I’ve not really paid much attention previously to the Frankfurt School and the development of critical theory after having covered them briefly during my University course and taking against the complexity, obfuscation, and negativity of their thought. This probably wasn’t helped by their entries in Leszek Kolakowski’s “Main Currents of Marxism” (the standard work covering all the main Marxist thinkers from Marx through to the 1970s). Kolakowski’s section on the Frankfurt School includes one of my favourite academic take-downs of all time, talking about Theodor Adorno’s “Negative Dialetics”, Kolakowski says of Adorno that:
“he shows no desire whatever to elucidate his ideas, and clothes them in pretentious generalities. As a philosophical text, Negative Dialectics is a model of professorial bombast concealing poverty of thought.”
(Kolakowski 2008, p.1081)
Ouch. Enough to put anyone off reading critical theory in any detail.
Stuart Jeffries book cuts through this. Told in chronological order Jeffries places each thinker in context, starting with Walter Benjamin (an inspiration for the Frankfurt School and critical theory if not actually part of the Institute for Social Research) and progressing from Horkheimer to Adorno and on to Jurgen Habermas and Axel Honneth.
Jeffries gives some biographical detail for each of the thinkers covered, and covers the historical context – particularly important for 1930’s Nazism and the run up to the second world war, and then again for 1968 and the influence both of the school on the revolutionary moment, and of the student radicals themselves on the Frankfurt School thinkers, especially Adorno and Marcuse.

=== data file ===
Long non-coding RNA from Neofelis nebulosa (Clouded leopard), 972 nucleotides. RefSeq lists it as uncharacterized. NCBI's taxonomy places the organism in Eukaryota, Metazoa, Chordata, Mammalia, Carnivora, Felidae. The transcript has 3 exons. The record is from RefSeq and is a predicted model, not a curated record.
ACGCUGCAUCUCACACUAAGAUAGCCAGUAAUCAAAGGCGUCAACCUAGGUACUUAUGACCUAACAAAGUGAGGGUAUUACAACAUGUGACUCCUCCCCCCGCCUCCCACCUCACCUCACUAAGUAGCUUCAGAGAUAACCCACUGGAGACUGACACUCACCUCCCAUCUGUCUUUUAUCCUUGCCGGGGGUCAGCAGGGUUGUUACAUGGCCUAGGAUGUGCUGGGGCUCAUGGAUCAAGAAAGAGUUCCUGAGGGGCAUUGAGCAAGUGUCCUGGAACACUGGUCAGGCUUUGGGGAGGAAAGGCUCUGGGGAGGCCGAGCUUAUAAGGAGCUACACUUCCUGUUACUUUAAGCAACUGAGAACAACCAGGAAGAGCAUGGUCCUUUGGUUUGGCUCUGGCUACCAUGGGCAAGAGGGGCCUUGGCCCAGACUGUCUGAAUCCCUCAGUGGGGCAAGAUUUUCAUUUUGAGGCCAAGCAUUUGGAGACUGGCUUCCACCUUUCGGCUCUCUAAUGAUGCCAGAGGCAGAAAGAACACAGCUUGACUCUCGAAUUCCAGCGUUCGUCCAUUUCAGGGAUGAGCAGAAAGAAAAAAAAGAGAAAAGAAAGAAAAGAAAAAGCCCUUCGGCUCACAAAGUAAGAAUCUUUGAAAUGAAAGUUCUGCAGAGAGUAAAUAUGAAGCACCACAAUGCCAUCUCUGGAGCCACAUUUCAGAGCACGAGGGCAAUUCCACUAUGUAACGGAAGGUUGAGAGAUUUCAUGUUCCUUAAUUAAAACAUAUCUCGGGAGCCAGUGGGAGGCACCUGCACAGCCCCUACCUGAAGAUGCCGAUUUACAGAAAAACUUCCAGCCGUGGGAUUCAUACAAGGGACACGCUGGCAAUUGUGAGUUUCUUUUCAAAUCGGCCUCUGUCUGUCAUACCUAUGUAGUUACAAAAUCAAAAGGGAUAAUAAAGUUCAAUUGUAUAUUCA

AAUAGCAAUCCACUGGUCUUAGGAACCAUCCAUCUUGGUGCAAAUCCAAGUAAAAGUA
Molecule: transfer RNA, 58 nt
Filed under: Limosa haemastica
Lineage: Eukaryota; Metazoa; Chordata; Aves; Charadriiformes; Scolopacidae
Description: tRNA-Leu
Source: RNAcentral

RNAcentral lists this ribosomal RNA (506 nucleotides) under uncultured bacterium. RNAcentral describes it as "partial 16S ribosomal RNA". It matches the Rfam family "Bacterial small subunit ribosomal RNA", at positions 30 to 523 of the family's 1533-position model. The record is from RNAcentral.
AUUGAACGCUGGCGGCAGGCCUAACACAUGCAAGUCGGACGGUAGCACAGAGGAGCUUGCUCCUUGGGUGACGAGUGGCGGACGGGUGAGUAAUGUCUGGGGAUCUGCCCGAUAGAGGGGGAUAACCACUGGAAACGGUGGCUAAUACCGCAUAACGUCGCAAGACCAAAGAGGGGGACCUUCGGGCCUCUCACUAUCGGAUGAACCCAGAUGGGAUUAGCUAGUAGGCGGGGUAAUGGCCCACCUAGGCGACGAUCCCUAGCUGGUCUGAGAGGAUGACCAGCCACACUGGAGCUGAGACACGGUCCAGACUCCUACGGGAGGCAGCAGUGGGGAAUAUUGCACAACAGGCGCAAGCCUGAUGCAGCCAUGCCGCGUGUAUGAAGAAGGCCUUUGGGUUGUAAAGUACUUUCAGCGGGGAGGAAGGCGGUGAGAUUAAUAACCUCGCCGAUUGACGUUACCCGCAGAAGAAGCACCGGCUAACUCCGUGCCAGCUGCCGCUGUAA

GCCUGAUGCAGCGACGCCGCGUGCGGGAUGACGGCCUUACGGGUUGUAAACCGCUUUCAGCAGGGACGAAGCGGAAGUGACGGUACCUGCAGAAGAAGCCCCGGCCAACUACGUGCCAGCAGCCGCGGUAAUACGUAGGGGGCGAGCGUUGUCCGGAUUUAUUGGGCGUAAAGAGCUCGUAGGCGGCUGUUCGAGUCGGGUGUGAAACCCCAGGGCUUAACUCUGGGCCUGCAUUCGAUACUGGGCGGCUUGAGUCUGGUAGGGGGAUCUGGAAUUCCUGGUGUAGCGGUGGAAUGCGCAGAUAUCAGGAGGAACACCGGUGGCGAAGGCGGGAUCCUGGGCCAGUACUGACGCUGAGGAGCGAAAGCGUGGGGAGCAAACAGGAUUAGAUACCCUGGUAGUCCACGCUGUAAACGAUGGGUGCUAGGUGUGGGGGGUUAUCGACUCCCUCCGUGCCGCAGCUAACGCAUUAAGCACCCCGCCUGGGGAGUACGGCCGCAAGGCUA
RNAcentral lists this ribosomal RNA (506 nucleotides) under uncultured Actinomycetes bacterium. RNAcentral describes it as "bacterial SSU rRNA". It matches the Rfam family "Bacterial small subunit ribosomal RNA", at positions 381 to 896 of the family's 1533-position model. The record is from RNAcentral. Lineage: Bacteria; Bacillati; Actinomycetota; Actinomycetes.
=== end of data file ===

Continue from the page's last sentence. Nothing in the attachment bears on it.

Alongside this, Jeffries covers the theories and main lines of thought for each of them in a way that makes sense and allows you to follow the development of their critique of modern life in a clear and coherent way. The style is engaging and very readable, but still leaves you feeling that you’ve covered a reasonable summary. Jeffries is not blind to the gaps, weaknesses, and inconsistencies in the work of the school, but is clearly sympathetic in general. That said this never feels like hagiography, but rather an honest assessment of their contribution to modern thought.
If you’ve struggled with critical theory before and want an engaging introduction to who the main characters are and what it’s all about then this is the perfect book. It’s not a book of heavy theory, nor is it quite just a simple biography. It is though a good starting point. Maybe I’ll read some Adorno after all.
Jeffries, Stuart Grand Hotel Abyss (Verso, London, 2017)
Kolakowski, Leszek Main Currents of Marxism (Norton & Company, London, 2008)